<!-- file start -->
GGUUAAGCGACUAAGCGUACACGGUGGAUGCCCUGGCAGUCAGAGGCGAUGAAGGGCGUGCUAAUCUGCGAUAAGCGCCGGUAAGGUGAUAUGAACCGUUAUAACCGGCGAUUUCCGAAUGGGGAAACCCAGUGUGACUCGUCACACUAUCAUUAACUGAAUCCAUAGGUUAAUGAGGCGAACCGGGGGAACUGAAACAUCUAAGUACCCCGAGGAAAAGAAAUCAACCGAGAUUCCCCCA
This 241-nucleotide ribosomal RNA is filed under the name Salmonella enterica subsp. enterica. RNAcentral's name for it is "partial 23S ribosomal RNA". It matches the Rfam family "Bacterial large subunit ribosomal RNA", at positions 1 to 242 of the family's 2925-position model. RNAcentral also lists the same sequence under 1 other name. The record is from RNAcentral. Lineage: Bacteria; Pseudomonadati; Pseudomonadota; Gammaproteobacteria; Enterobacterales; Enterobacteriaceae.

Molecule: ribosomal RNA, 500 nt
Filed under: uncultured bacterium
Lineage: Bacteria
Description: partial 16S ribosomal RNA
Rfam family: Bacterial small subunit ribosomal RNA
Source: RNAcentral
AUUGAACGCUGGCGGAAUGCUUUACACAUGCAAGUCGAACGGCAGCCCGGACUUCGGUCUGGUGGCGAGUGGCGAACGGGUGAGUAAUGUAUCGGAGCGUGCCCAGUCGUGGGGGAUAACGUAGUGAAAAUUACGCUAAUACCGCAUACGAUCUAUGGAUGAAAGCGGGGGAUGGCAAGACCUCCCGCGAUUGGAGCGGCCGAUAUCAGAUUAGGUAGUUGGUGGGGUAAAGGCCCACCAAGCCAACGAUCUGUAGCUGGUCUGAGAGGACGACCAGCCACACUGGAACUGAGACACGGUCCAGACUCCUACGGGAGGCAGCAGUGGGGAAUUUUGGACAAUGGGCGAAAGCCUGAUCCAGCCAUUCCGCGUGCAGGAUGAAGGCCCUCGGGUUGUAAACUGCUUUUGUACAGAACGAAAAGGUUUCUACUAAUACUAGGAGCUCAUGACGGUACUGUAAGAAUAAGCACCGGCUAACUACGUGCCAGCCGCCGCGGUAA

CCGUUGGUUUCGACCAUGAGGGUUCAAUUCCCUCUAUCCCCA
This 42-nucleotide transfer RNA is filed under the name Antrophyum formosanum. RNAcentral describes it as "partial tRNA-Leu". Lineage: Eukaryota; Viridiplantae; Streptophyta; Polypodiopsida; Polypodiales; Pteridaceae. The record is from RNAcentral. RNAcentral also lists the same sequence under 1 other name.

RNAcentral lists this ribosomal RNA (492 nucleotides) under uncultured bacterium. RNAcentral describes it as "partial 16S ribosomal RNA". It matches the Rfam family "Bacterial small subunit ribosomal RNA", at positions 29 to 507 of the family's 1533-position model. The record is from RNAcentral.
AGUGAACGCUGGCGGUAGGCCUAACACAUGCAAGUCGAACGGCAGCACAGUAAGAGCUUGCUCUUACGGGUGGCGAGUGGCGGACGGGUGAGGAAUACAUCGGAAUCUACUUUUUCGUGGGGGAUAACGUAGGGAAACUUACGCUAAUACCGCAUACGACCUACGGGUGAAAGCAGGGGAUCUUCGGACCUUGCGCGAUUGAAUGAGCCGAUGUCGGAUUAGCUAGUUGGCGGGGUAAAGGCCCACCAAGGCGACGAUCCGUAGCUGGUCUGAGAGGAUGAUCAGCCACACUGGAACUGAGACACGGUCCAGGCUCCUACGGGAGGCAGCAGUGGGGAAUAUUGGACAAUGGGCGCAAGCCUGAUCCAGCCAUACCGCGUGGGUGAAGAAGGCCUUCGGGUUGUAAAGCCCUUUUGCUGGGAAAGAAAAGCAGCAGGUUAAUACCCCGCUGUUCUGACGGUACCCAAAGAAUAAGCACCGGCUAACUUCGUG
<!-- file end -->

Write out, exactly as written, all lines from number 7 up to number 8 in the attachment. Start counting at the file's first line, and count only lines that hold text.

Rfam family: Bacterial small subunit ribosomal RNA
Source: RNAcentral